ASTM Method D8071 Interlaboratory Study (ILS) to Expand Fuel Sample Scope
Aug 08 2017 Comments 0
VUV Analytics, Inc. will be exploring the inclusion of a broader scope of fuel samples that can be covered by ASTM Method D8071 during its interlaboratory study (ILS). Known also as “Standard Test Method for the Determination of Hydrocarbon Group Types and Select Hydrocarbon and Oxygenate Compounds in Automotive Spark-Ignition Engine Fuel using Gas Chromatography with Vacuum Ultraviolet Absorption Spectroscopy Detection (GC-VUV),” it was approved by the D02 committee for use with finished gasoline. Initial studies indicate the method’s applicability to a range of gasoline, oxygenated gasoline, and refinery stream samples. Examples of the scope expansion are the specific inclusion of FCC, reformates, light and heavy naphthas, and alkylates; as well as a more comprehensive suite and concentration range of oxygenates such as ethanol, methanol, MTBE, ETBE, and others. The ILS has also been designed to allow for ASTM D6708 equivalency to EPA methods.
ASTM Method D8071 provides complete PIONA compound class characterization in a single measurement, potentially replacing the use of multiple legacy methods for this analysis. VUV Analytics promotes the method as having relatively simple instrumentation combined with automated analysis software that results in shorter run times and a more robust production solution than ASTM methods D6730 and D6839, and having the potential to replace the use of multiple ASTM methods (e.g. D5769, D5580, D1319, D6550, D3606, D4815, D5599, D5845) for measurement of finished gasoline.
Measurement of bulk composition of hydrocarbon groups and individual compounds in gasoline is important for quality control as well as ensuring compliance with various governmental regulations. As such, multiple ASTM methods exist for measuring various aspects of gasoline samples. VUV Analytics asserts that most of the legacy methods are limited in scope to a subset of hydrocarbon groups or specific compounds of interest, meaning that multiple methods are required for typical production control. More comprehensive methods such as ASTM D6730 and ASTM D6839 tend to involve complicated instrumentation and/or setup procedures. These methods have no inherent ability for self-monitoring of measurement results (e.g., fit criteria or similar), and instead rely on precise definition and control of retention times, resulting in more error-prone production measurements.
VUV Analytics guarantees that the commercial application VUV PIONA+ for gasoline measurement is fully compliant with Method D8071. VUV PIONA+ is enabled by the VGA-100 vacuum ultraviolet (VUV) absorption GC detector and an analysis engine called VUV AnalyzeTM. GC-VUV absorbance data is inherently three dimensional (time, absorbance, wavelength) and specific to compound chemical structure. This characteristic lends itself to intentional chromatographic compression due to the ability to deconvolve overlapping spectral responses. Formerly complex chromatographic separations can be simplified and shortened using the GC-VUV single-column solution. VUV absorbance spectra are typically highly structured and distinct for individual compounds, yet exhibit the intuitive property of having similar features when measuring related compound classes.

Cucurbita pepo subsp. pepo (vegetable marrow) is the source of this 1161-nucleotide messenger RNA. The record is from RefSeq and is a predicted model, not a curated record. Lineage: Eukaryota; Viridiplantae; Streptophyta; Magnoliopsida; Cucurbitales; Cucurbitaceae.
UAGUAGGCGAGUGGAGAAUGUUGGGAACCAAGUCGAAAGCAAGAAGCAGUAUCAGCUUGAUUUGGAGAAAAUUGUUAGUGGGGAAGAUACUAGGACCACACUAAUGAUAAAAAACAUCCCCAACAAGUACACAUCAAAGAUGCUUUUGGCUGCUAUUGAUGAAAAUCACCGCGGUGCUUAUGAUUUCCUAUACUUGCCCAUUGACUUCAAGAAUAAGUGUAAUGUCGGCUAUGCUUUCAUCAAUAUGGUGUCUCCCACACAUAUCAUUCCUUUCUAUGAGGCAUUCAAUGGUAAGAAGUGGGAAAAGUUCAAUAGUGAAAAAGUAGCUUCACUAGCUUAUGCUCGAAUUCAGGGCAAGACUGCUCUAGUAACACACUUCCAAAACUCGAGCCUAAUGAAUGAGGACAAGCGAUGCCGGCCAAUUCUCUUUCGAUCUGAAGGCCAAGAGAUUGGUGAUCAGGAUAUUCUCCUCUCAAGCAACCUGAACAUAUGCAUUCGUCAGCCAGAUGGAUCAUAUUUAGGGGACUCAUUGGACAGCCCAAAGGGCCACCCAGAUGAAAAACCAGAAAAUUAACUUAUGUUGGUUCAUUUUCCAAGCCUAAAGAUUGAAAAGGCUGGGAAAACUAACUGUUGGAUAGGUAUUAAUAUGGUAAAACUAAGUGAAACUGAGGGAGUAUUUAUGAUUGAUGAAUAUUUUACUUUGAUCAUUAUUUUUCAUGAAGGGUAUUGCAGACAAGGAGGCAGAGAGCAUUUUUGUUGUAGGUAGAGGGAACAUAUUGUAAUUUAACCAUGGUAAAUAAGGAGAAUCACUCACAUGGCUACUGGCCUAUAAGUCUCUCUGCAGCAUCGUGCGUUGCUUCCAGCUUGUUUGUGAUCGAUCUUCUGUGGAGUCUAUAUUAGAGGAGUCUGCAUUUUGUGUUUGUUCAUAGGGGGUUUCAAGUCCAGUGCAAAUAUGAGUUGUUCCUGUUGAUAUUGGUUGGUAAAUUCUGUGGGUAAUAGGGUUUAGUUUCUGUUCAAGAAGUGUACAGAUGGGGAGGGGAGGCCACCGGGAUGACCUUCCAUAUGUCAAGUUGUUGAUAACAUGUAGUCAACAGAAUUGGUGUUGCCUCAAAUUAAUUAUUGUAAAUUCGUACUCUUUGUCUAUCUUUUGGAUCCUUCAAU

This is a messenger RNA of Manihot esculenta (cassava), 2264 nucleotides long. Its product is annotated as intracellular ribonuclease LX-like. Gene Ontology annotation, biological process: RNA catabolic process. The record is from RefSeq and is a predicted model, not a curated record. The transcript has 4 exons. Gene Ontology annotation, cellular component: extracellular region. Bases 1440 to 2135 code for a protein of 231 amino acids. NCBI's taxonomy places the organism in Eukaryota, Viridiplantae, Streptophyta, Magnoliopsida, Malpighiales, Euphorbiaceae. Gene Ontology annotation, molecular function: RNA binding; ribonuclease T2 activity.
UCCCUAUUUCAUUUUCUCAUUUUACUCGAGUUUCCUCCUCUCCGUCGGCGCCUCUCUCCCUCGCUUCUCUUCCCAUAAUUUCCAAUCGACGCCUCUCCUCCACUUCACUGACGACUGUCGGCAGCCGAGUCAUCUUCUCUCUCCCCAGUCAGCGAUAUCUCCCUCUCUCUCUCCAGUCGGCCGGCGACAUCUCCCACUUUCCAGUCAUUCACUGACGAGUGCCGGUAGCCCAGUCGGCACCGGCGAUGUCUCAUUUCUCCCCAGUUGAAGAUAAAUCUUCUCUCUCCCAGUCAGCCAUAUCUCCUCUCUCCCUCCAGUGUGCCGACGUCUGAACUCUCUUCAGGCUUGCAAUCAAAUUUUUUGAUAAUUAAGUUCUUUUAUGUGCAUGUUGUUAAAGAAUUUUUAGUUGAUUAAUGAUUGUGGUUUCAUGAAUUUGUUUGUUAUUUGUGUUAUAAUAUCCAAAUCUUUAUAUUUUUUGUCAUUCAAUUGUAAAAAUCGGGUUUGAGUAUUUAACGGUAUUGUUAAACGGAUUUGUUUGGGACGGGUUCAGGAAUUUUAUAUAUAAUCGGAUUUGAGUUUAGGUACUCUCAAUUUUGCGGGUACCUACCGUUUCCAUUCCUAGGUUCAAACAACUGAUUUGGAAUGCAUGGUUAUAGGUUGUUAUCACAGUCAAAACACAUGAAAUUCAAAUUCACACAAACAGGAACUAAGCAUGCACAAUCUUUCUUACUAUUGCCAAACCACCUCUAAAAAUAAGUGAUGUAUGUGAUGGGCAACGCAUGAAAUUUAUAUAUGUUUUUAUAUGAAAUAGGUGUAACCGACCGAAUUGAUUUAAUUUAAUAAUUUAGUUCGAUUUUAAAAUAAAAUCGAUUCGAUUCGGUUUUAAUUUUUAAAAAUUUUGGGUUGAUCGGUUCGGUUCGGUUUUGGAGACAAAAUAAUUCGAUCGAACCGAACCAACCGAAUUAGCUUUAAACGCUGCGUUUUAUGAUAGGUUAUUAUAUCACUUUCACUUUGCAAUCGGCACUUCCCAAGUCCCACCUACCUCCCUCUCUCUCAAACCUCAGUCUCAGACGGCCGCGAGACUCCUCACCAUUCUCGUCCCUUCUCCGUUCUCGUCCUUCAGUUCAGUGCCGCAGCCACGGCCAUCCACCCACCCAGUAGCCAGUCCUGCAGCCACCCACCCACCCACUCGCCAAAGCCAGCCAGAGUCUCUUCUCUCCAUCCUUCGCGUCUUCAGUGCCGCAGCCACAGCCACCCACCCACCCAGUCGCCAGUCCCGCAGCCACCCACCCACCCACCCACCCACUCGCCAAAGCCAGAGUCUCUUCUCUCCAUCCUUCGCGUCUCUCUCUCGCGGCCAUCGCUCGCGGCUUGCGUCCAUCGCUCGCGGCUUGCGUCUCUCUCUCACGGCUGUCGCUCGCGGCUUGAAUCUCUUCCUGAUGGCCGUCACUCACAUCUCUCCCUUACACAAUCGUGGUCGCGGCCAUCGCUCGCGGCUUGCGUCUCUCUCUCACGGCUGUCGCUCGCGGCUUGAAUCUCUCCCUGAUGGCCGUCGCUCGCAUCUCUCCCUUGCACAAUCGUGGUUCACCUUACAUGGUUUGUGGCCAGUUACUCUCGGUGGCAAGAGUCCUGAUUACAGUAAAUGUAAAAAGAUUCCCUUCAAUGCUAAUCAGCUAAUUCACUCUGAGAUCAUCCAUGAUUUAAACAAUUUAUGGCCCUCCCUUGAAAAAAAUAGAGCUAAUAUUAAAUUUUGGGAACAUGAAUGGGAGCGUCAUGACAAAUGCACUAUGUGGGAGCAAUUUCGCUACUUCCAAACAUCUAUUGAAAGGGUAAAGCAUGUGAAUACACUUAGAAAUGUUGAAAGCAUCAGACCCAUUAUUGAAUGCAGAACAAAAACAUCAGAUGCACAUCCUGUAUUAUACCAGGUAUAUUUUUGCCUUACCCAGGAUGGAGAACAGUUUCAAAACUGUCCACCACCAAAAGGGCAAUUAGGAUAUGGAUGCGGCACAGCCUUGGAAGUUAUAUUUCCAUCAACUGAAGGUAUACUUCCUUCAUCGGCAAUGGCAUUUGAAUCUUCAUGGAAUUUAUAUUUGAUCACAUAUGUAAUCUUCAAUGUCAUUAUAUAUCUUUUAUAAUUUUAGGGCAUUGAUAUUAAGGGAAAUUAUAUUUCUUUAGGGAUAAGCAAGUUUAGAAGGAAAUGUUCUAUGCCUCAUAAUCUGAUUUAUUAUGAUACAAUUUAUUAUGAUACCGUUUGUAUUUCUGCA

The VUV AnalyzeTM engine implements equations and fit procedures that result in deconvolution of absorbance spectra that contain contributions from multiple species, is capable of binning and storing response contributions from each deconvolution analysis, and reporting a combined total response at the end of the analysis. The data processing includes a database library of VUV reference spectra, compound class information, density, approximate retention index values, relative response factors for each hydrocarbon class, and relative response factors for individually reported compounds. The compound class or specific compound concentrations can be reported as mass or volume percent.
VUV PIONA+ via ASTM D8071 uses straightforward instrumentation: a gas chromatograph, a standard 30m nonpolar column, and a VGA detector. Bulk concentrations of the hydrocarbon classes of paraffins, isoparaffins, olefins, naphthenes, and aromatics (PIONA) are determined. Specific analytes can also be singled out for further characterization. The setup procedure is easy and requires no pre-column tuning or valve timing adjustments. Additionally, faster runtimes can be achieved given the method’s ability to handle co-elution among various species and hydrocarbon classes. Figure 1 shows a GC-VUV chromatogram of a pilot ILS gasoline sample zoomed to show a co-elution resolved by VUV PIONA+. A small amount of methanol (0.05% by volume) co-elutes with iso-butane in the tail of the chromatographic peak that begins at approximately 2.1 minutes. The spectral profile of this oxygenate is shown in the bottom panel along with its residual value assessment of the fit. VUV AnalyzeTM ensures the accuracy of this type of compound identification by rapidly fitting the analyte absorbance data with known spectral profiles in the VUV library. In addition, the software performs deconvolution within time slice intervals to determine the contribution of co-eluting analytes to the sum absorbance peak. The unambiguous identification of compounds and compound classes by VUV PIONA+ has enabled the anticipated scope expansion of fuel stream samples characterized by ASTM Method D8071 to be explored during the interlaboratory study.
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